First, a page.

We had the chance to get some hands-on experience with Sony’s new and long-awaited FE PZ 28-135mm F4 G OSS cine lens and talked directly to Sony’s cine product manager Sadanobu Ueda who explained all the details about the new lens on (see above) and off camera. Why is this lens important? Many users of large sensor cameras, be it dslr video users or those who use larger cinema cameras, have had to resort to photo lenses for large sensor video use. The new Sony FE PZ 28-135mm F4 G OSS cine lens is the first dedicated video lens for large sensor cameras. Here’s a list of the most important features: It has an ideal zoom range for most applications ranging from wide angle to close-up focal lengths. It has a continuous aperture of F/4.0. The lens can be controlled with accessories like motors or manual follow focus units due to it’s geared design, yet the focus rings are rubberised for easy handheld use. The focal length can be controlled with a built-in zoom rocker (zoom). The built in motors can also be controlled remotely from cameras with a zoom rocker (Sony FS7). With the flip of a switch the aperture can be clicked or de-cllicked for smooth operation. The lens features an optical image stabiliser. Hands-On Experience We had some hands-on time with a prototype of the lovely new lens and we can tell you that it truly is a lovely and sharp lens. Unfortunately we are not allowed to publish the footage we shot, but will reveiew the lens more in-depth in the future. The aperture F/4.0 seems to go all the way through, unlike Canon’s own and frequently used Canon 24-105mm that gets darker at the far end. The images appear very sharp and clear and we couldn’t see any obvious chromatic abberation or softening at F/4.0. We were told it is made for 4K applications. The optical image stabiliser behaved very nicely and smoothly and a lot like the one we know from the Canon 24-105mm, probably even a little better. We could use the 135mm focal length and get an extremely stable image from a handheld A7S. A very very welcome feature is the fact that you don’t lose focus when you change the focal length. So you can zoom all the way in to focus and zoom out again to retain a focused image, just like on a proper ENG lens. The declicked aperture is a wonderful feature to have. Overall the lens feels very well manufactured and strong. What we didn’t like so much was its size and weight. The Canon in comparison is definitely a more compact lens. Also we realised that the zoom was always motor-controlled. So even if you change the focal length with the zoom ring on the lens itself, it’s always a motor inside that actually controls it resulting in less precise and slower focusing possibilities. The lens will be available early next year and cost $2.499. It is already available for pre-order.Read more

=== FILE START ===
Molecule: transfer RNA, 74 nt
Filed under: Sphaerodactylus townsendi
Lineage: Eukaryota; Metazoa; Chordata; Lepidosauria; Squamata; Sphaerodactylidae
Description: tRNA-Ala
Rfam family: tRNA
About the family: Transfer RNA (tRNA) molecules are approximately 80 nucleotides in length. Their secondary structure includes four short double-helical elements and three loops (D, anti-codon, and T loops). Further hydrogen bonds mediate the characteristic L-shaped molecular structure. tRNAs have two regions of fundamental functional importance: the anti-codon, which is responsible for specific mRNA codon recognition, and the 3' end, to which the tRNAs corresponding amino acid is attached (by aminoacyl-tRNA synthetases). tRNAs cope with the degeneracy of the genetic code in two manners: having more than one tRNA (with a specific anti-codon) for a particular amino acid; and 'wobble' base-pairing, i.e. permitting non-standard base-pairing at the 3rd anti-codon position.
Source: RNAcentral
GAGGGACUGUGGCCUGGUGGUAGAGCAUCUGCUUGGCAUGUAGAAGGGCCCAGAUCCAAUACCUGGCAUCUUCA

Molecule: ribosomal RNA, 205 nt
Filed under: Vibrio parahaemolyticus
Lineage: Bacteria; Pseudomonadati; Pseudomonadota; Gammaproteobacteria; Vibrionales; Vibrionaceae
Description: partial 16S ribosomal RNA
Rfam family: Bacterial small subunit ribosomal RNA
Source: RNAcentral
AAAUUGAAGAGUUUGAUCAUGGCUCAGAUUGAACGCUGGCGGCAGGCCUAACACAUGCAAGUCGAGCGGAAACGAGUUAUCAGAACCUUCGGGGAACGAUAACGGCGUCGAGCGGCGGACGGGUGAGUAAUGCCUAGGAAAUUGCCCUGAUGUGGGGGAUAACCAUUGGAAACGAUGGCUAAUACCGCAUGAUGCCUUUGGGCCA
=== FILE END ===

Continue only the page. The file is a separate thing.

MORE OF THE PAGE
As anticipated, Sony got us off to a flying start at IBC. They have many new announcements, with everything from a new monitor, to two new cameras to a firmware update for the F5, all sharing the same theme – 4K. Lets have a look at what they brought us. Sony PXW-FS7 We have an exclusive hands on video of this camera. It’s everything a previous Sony camera wasn’t – an ergonomic dream. The FS7 is a super35mm 4K camera, capable of shooting 10-bit 4:2:2 60p in 4K, and up to 180fps in 1080p. The camera will sit between the FS700 and F5, replacing no camera in Sonys current line up. Check out our dedicated exclusive article here. Sony 28-135mm F4 G OOS lens This lens came in conjunction with the PXW-FS7 release. This is a professional e-mount zoom lens, with a constant aperture of f/4. The lens features optical image stabilization, hard stop focus ring, proper aperture ring, and zoom rocker. check out our dedicated article here. Sony F5 Firmware Update I must admit, when I first heard of the Sony FS7, it sounded like they could’ve closed the door of the F5, leaving the new camera to sit directly under the F55. But no, Sony has provided a firmware update to the F5 which will enable 4K recording internal. We knew the camera could do this, so it’s great to see Sony embracing the technology rather than just closing the loop hole others found! Below is Sony press on the upgrade, which will cost around $1000. Sony CBK-55BK Shoulder Mount Dock for F5/55 Further more on F5/55 news, Sony announced a new shoulder mount dock for the super35mm duo. The dock requires no cables, and adds ENG ergonomics by offering white balance, gain and shutter controls on the front block. The rear block provides balanced XLR audio in, headphone out and wireless audio. Sony are pushing this product alongside their B4 to PL lens mount to provide the ultimate 35mm ENG setup for news and documentaries. Sony PXW-X200 The Sony PXW-X200 is an update to the current workhorse PMW-200 that further embeds Sonys new XAVC codec across its entire line. This means the camera will record XAVC Intra/Long GOP recording in 4:2:2 10-bit. Also is a longer 17x zoom lens, providing 29.3mm to 499mm 35mm equivalent. The new 1/2″ 3CMOS camera will also feature a host of wireless connectivity including NFC (near field communication) and live streaming. The latter will work with a firmware update and additional USB dongle; Sony displayed this feature during their conference streaming to a presenter in Amsterdam centre; watching this stream through a stream left no grounds for judgement however. Sony BVM-X300 4K monitor Sony also released a new 30″ 4K monitor. The BVM-X300 is an OLED RGB 10 bit reference monitor, utilizing TRIMASTER™ technology. “Sony’s exclusive TRIMASTER™ technology architecture, achieving excellent colour and picture quality reproduction, which makes this monitor ideal for 4K cinema production (onset monitoring, dailies and editing), 4K live production (camera control, program preview) and real-time 4K presentation.” If you’re attending IBC, be sure to check out the Sony booth with their latest releases (if you can get to it through the crowds of people!). If you’re not, don’t worry we’ll be bringing you all the latest and most exciting news along with another series of our On The Couch show.Read more